- the inter-relatedness of intangible assets’ contributory value and associated risks and threats as well as key assets identified as being impaired in some manner, or are found to be already misappropriated, infringed, and/or counterfeited.
- the probability that particular risks/threats will materialize to adversely affect the projected economics, competitive advantages, and/or synergies of a transaction
- strategies for mitigating and containing certain risks/threats relative to the resiliency and sustainability of the transactions’ key intangible assets.
The obvious rationale for incorporating a ‘before transaction consumation asset impact analysis’ is for decision makers to be apprised of circumstances and scenarios that should be revealed which can (may) influence decisions and outcomes.
I am a strong advocate of ‘before transaction consumation asset impact analysis’ because I believe the three, most challenging intangible assets to sustain and preserve their contributory value (pre/post transaction) are, (a.) intellectual, (b.) relationship, and (c.) structural capital because they are individually and collectively highly mobile and attitudinally based.
Too, a ‘before transaction consumation asset impact analysis’ can reveal other cautionary circumstances/scenarios while retaining the option to proceed with a (a.) plan for risk mitigation, or (b.) re-negotiate a deals’ terms in light of the risk(s) and/or asset impairment(s) that have been identified.
But, the objective remains the same, that is to facilitate a more secure and profitable transaction going forward, not impede it!
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Michael D. Moberly May 31, 2012
A requisite to conducting superior due diligence for today’s intangible asset dominated and driven businesses, is possessing a depth of experience, knowledge, and investigative skill sets. These are unique differentiators and essential requisites which collectively serve as starting points for achieving the necessary and insightful (due diligence) product that allows management teams to make informed decisions, i.e., proceed, don’t proceed, buy, don’t buy, or invest, don’t invest!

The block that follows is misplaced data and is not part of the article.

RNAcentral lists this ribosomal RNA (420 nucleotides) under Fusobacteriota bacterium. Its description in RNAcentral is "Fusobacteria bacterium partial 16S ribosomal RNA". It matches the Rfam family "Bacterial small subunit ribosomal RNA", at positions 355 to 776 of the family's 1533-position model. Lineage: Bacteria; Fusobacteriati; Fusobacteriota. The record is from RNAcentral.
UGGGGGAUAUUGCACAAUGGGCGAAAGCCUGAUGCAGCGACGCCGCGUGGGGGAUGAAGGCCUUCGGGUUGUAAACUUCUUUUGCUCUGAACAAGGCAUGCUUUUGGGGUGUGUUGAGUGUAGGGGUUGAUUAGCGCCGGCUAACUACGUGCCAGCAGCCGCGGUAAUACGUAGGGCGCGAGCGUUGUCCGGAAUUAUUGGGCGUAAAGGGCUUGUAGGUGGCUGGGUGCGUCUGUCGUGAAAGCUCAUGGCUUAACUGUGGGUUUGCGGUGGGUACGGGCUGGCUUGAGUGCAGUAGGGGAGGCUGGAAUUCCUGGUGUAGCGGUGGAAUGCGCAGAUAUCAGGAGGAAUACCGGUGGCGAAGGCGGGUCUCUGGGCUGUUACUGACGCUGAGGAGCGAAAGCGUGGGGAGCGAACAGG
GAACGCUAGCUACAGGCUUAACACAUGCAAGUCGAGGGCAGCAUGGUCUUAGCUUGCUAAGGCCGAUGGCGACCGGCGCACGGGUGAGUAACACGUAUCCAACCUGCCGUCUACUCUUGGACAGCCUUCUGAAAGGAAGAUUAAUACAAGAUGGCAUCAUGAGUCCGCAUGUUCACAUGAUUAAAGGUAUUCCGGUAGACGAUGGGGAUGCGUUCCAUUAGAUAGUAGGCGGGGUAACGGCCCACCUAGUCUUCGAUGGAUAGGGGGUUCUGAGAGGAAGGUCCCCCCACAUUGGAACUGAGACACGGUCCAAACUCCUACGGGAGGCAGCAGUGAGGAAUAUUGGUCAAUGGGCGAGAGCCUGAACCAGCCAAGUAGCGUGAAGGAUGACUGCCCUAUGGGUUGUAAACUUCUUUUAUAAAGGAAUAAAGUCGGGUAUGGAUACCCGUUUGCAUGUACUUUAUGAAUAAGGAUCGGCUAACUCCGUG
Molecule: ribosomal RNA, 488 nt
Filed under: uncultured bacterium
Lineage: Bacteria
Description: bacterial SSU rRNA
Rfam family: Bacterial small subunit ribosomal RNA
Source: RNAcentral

Respecting the economic fact that 65+% of most company’s and transaction’s value, sources of revenue, and foundations for growth and sustainability evolve directly from intangible assets, selecting not just the right, but, the absolute best individual or firm to conduct due diligence is critical.
For starters, a well-designed and executed due diligence plan must fully examine each of the target’s intangible assets. That’s because they will inevitably be in play in any transaction. Effective assessment and integration of intangibles serve increasingly significant role to a transaction’s success. On the other hand, with untold frequency, when intangible assets are not addressed or dismissed during due diligence, transaction failure can be imminent and materialize in a long, slow, and costly fashion, i.e., ‘failure by a thousand cuts’.
To increase the probability that certain projected transaction objectives or outcomes be realized, it’s imperative that the individual or firm contracted to conduct the due diligence can articulate the findings in objective business contexts and certainly not through a one-size-fits-all, snap-shot-in-time guesstimate oriented lens.
Key elements to superior due diligence in today’s intangible asset dominated and driven businesses, starts by possessing the experience, knowledge base, and investigative insight to…
- unravel (identify) how, where, and by whom the key (intangible) assets originated.
- determine and assess how or whether control, use, and ownership of the assets is or can be sustained.
- determine the assets’ contributory value and complimentary role(s) relative to current and future projects and initiatives, i.e., as potential sources of revenue and foundations for (future) growth and sustainability.
- recognize and differentiate the origins, motives, and asymmetric nature of global risks and threats to (intangible) assets that have become embedded in all transactions.